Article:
Superbarocco: Arte in Genoa da Rubens a Magnasco” runs till the 3rd July 2022.


Info: Tel. Call centre +39.02.92897722

Posted on 11 May 2022 by Editor


The MAAM (Museo dell'Altro e dell'Altrove – Museum of the Other and Elsewhere) is not only Rome's most unusual museum - it is unique. A former squatter's refuge in a former salami factory, it is now the third largest contemporary art museum in Rome, with the unique tag, according to founder Giorgio de Finis, that it is the only museum in the world that people actually live in. The inhabitants include immigrants, refugees and Italians down-on-their luck, forming a closely forged community over the past thirteen years.

The MAAM, in fact, is part of the self-styled city of Metropoliz created in a Roman suburb by 60 homeless families, who moved into the abandoned 20,000 sqm premises in 2009. The site also attracted artists, looking for studio and exhibition space. To date, Metropoliz has attracted over 400 artists from all over the world who have filled the ex-warehouse premises with murals, sculptures, installations and other art works. One of the most arresting areas is the ex-slaughter house, now re-christened the “Porcine Chapel”, where the walls are covered symbolically in paintings of pigs hanging from hooks, which, however, free themselves and fly off at the end of the cycle.

The site has been threatened with closure many times, but de Finis has met threats of demolition by covering all the walls with art works, some of which by well-known artists who command high market prices. No authority, he says, would dare destroy a mural worth thousands! The number of celebrated artists who have exhibited in the MAAM include Michelangelo Pistoletto, who showed his “Venere Callipigia” (Venus of the Rags) sculpture (normally part of the Castle of Rivoli, Turin) collection) at Metropoliz for several months as part of a charity campaign.

MAAM is open to the public by prior booking and visitors can join in the communal lunch on Saturdays.

Info: Facebook: MAAM Museo dell'Altro e dell'Altrove di Metropoliz


Posted on 07 May 2022 by Editor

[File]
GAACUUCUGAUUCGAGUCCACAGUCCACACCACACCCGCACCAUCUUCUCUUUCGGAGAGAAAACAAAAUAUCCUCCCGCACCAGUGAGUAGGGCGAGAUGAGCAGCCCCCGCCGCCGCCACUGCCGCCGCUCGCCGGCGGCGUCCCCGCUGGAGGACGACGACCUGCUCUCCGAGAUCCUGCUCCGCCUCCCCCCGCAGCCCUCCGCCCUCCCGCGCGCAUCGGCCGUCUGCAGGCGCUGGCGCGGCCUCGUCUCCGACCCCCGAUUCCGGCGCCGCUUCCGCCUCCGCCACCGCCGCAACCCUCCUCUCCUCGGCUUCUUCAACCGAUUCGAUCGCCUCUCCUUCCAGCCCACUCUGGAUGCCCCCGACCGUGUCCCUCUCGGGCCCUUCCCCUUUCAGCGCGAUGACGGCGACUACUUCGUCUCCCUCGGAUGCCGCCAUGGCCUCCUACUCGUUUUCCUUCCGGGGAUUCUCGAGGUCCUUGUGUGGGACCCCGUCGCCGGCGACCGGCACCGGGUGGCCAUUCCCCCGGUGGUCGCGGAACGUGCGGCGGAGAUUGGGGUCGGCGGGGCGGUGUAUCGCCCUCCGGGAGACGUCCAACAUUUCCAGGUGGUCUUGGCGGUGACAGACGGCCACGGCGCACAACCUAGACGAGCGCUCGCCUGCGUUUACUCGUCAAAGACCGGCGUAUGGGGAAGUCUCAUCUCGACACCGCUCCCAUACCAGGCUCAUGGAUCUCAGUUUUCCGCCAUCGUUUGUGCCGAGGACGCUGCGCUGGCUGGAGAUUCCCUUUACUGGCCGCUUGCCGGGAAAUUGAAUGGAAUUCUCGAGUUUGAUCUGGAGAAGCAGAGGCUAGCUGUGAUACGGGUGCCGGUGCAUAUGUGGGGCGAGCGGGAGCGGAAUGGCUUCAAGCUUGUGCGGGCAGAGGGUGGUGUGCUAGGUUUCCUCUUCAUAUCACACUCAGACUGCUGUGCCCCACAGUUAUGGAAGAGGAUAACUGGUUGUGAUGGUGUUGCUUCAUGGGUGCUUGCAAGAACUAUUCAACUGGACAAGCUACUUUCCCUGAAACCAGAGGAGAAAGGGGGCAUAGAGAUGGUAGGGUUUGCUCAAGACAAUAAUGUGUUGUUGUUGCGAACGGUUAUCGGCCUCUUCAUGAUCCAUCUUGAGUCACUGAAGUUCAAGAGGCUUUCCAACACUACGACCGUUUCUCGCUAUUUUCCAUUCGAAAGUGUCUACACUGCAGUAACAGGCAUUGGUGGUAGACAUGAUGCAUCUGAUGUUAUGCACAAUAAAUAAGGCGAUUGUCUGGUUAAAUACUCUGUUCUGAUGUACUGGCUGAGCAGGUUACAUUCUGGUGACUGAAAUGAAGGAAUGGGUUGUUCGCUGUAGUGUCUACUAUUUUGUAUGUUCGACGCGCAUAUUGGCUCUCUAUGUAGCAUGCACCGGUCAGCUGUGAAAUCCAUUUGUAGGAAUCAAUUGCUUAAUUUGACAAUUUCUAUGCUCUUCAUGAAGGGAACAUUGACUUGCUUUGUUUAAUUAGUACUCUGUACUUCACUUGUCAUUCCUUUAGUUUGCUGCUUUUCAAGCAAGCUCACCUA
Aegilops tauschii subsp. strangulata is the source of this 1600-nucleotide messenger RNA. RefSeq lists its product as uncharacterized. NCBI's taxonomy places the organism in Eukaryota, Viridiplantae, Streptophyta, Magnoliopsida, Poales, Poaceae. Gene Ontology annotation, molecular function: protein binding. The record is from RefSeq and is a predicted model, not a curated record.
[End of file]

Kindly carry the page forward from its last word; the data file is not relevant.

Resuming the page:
Three cheers for intrepid long-distance hiker Vienna Cammarota who has just started her epic trek from Venice to China, in the footsteps of Marco Polo!

72 year-old Vienna is a veteran trekker who has completed long-distance hikes in Tibet, Palestine, Bohemia, Patagonia, Madagascar, the Amazon and other remote corners of the world, as well as a 2000-km trek through Italy, Austria and Germany in 2017-2018 following the itinerary of Goethe's “Viaggio in Italia.”

A native of the Cilento region, Campania, Italy, Vienna is an environmental tour guide and elected Ambassador of the Italian Archeoclub Association of archeological and cultural conservation.

Her new, even more ambitious walk, which she is undertaking in the name of peace, will cover a total 22,000 kms over the traditional Silk Route. With her pack on her back, she will traverse 15 different countries, including the Balkan states, Iran, Azerbijan, Kyrgystan and Mongolia, where she will face, totally alone, the challenges of harsh climatic conditions, desert and mountainous terrain, and possible hostile and dangerous situations.

Vienna aims to reach Beijing in December 2025 after an expected three years “on the road”. Her feat should qualify her for entry in the Guinness Book of Records.

Info: Tel.+39.06 44202250

Posted on 03 May 2022 by Editor




For the first time, visitors numbers at the Uffizi Galleries in Florence in 2021 overtook those of Rome's Colosseum, traditionally Italy's top tourist attraction. The Uffizi's dynamic curator, Eike Schmidt commented with satisfaction on the boom of post-Covid visitors, who hit the 1.721.637 mark - 100,000 more than the celebrated Rome amphitheatre.

Interest in young visitors soared with the Vogue magazine photoshoot of popular blogger Chiara Ferragni, a Forbes-ranking “Top Fashion Influencer”. Shots of Chiara posing for the cameras in front of some of the Uffizi's most celebrated paintings last July made a huge social media impact, stimulating interest in young people who would not normally have flocked to museums and art galleries. Despite some criticism from purists concerning “the appropriateness” of allowing the photoshoot inside the Uffizi's hallowed halls, the general consensus was the “the end justified the means” and that encouraging art appreciation in the new generation could only have a positive outcome......

Info: Tel. +39.055 294883

Posted on 28 Apr 2022 by Editor

KEEP THE DATES......with the POETS